OVERALL PROJECT OUTCOME AND RESULTS
We made great progress with the biological control for emerald ash borer (EAB) in Phase 1 of this project. We simultaneously released wasps that parasitize EAB while we studied them. EAB can kill ash trees quickly (within 6 years). We have responded rapidly to EAB finds so that we might avoid large numbers of EAB over extensive areas, a situation that would be difficult to manage effectively. At the same time, we studied the parasitoid wasps to understand their cold tolerance and dispersal capability. Our studies improved our implementation strategies.

Over 127,000 parasitoid wasps were released at 21 sites in the Twin Cities and southeastern Minnesota. Recovery of immature parasitoids in the field demonstrated that these agents are dispersing then finding and parasitizing EAB. We will continue releases in Phase 2. Research efforts demonstrated that the egg parasitoid, Oobius agrili, is the most cold tolerant and the larval parasitoid, Tetrastichus planipennisi, is the least cold tolerant. Therefore, we began releasing T. planipennisi earlier in the season to allow multiple generations to build a population sufficient to withstand anticipated cold induced mortality losses. We learned that T. planipennisi is capable of dispersing almost 5 miles within 24 hours but that most will fly 3/4 miles in 24 hours. Therefore, we began releasing T. planipennisi over a large area at a release site rather than at a central cluster to enable faster T. planipennisi dispersal. Research efforts trained a total of six graduate students, five undergraduate students, and three technicians in whole or in part on these projects.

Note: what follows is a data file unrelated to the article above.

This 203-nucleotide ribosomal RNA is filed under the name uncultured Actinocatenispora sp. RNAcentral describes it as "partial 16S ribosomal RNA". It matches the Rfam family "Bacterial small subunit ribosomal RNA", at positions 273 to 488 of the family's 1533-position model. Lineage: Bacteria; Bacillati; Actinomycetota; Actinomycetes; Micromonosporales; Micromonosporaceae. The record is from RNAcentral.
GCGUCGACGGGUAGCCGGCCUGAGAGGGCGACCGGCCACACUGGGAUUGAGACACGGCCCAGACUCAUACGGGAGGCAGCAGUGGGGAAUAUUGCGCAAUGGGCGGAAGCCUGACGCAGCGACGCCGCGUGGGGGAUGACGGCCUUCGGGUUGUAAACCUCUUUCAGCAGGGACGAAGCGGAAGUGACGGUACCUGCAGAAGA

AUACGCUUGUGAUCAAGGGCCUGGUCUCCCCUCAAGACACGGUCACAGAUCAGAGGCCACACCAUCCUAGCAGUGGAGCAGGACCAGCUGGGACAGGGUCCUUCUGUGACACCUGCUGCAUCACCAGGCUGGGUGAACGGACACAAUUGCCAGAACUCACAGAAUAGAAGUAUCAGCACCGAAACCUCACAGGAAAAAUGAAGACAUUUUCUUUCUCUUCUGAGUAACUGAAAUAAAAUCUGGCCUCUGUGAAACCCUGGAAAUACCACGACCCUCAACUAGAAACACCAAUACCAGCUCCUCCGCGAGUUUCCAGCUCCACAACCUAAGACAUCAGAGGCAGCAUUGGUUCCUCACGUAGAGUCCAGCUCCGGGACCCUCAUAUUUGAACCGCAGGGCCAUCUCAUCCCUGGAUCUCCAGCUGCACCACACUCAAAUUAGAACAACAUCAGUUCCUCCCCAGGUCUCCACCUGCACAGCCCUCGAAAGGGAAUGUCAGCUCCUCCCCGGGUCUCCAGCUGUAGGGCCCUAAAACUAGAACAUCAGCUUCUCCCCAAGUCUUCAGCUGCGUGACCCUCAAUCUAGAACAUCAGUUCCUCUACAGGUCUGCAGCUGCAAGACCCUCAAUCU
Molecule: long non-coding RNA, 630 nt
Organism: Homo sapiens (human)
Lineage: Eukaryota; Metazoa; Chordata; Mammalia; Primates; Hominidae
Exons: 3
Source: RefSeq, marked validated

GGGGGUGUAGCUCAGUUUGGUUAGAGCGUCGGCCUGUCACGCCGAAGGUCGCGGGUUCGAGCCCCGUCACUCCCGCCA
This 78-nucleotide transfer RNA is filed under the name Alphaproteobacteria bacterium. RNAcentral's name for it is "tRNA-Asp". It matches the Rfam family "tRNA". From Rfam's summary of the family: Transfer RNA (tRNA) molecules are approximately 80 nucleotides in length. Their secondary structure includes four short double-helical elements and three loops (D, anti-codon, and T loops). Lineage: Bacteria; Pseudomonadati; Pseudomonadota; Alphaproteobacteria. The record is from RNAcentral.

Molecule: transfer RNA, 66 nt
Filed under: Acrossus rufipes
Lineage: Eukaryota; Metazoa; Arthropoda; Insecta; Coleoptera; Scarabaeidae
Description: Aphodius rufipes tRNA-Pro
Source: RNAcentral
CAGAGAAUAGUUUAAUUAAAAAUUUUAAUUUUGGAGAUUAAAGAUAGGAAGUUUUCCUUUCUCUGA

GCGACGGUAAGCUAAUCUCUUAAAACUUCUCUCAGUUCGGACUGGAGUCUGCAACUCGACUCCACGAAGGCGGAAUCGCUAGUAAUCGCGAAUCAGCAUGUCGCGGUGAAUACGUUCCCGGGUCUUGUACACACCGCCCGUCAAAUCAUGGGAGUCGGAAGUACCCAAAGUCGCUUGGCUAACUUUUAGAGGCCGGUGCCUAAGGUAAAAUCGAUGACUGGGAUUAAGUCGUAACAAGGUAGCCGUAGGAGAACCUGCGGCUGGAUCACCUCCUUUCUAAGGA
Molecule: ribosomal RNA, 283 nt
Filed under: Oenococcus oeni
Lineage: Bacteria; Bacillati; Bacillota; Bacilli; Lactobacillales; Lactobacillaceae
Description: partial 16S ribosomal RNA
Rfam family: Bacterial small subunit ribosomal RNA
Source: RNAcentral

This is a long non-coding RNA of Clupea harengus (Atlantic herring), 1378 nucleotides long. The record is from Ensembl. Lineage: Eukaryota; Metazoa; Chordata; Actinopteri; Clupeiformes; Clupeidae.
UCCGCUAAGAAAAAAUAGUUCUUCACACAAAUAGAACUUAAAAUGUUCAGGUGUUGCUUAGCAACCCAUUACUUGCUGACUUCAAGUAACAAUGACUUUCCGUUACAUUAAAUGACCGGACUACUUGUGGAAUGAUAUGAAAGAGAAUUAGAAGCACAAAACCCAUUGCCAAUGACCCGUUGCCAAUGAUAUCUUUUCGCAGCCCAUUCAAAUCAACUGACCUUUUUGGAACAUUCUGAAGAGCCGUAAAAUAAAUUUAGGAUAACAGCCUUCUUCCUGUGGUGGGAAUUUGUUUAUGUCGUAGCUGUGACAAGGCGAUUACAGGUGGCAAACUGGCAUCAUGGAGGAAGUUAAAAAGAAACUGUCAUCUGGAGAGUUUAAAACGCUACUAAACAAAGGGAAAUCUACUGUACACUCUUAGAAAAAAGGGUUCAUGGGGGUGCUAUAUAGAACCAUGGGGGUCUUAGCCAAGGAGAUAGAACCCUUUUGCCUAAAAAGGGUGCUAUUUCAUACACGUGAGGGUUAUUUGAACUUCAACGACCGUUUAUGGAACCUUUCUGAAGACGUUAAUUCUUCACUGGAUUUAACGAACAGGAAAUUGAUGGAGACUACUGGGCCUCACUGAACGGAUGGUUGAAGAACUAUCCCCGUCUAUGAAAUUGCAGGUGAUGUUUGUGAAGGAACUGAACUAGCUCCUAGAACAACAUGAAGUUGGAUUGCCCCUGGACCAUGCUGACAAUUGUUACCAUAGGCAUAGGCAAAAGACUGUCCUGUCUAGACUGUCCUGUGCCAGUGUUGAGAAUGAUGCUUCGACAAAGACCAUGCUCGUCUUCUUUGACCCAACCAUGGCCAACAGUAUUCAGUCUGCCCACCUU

We will continue a study of ash health, EAB, and parasitoid wasps in the Twin Cities area where EAB was first found in 2009. To date, ash mortality within the study area has been substantially lower than anticipated.

PROJECT RESULTS USE AND DISSEMINATION
Information about this project has been and will continue to be disseminated to the public, land managers and researchers. Media releases (3) and social media were utilized to inform the public of major developments. There were 15 scientific presentations to researchers and land managers. Additional training presentations (24) were given to the public, professional land managers, and tree care professionals at many venues. Outreach at public events (20) helped us to connect with people about our activities. Two research papers on parasitoid cold tolerance were published. An additional two papers on parasitoid dispersal are anticipated. In addition, we participate in the EAB Forum, a multi-agency/organization venue for discussing EAB management. We maintain a website www.mda.state.mn.us/plants/pestmanagement/eab/eabbiocontrol.aspx with project information.

Project Details
Project Manager
First Name
Monika
Last Name
Chandler
Organization Name
Minnesota Department of Agriculture
Street Address
625 Robert St N
City
St Paul
State
MN
Zip Code
55155
Phone
(651) 201-6537
Email
Monika.Chandler@state.mn.us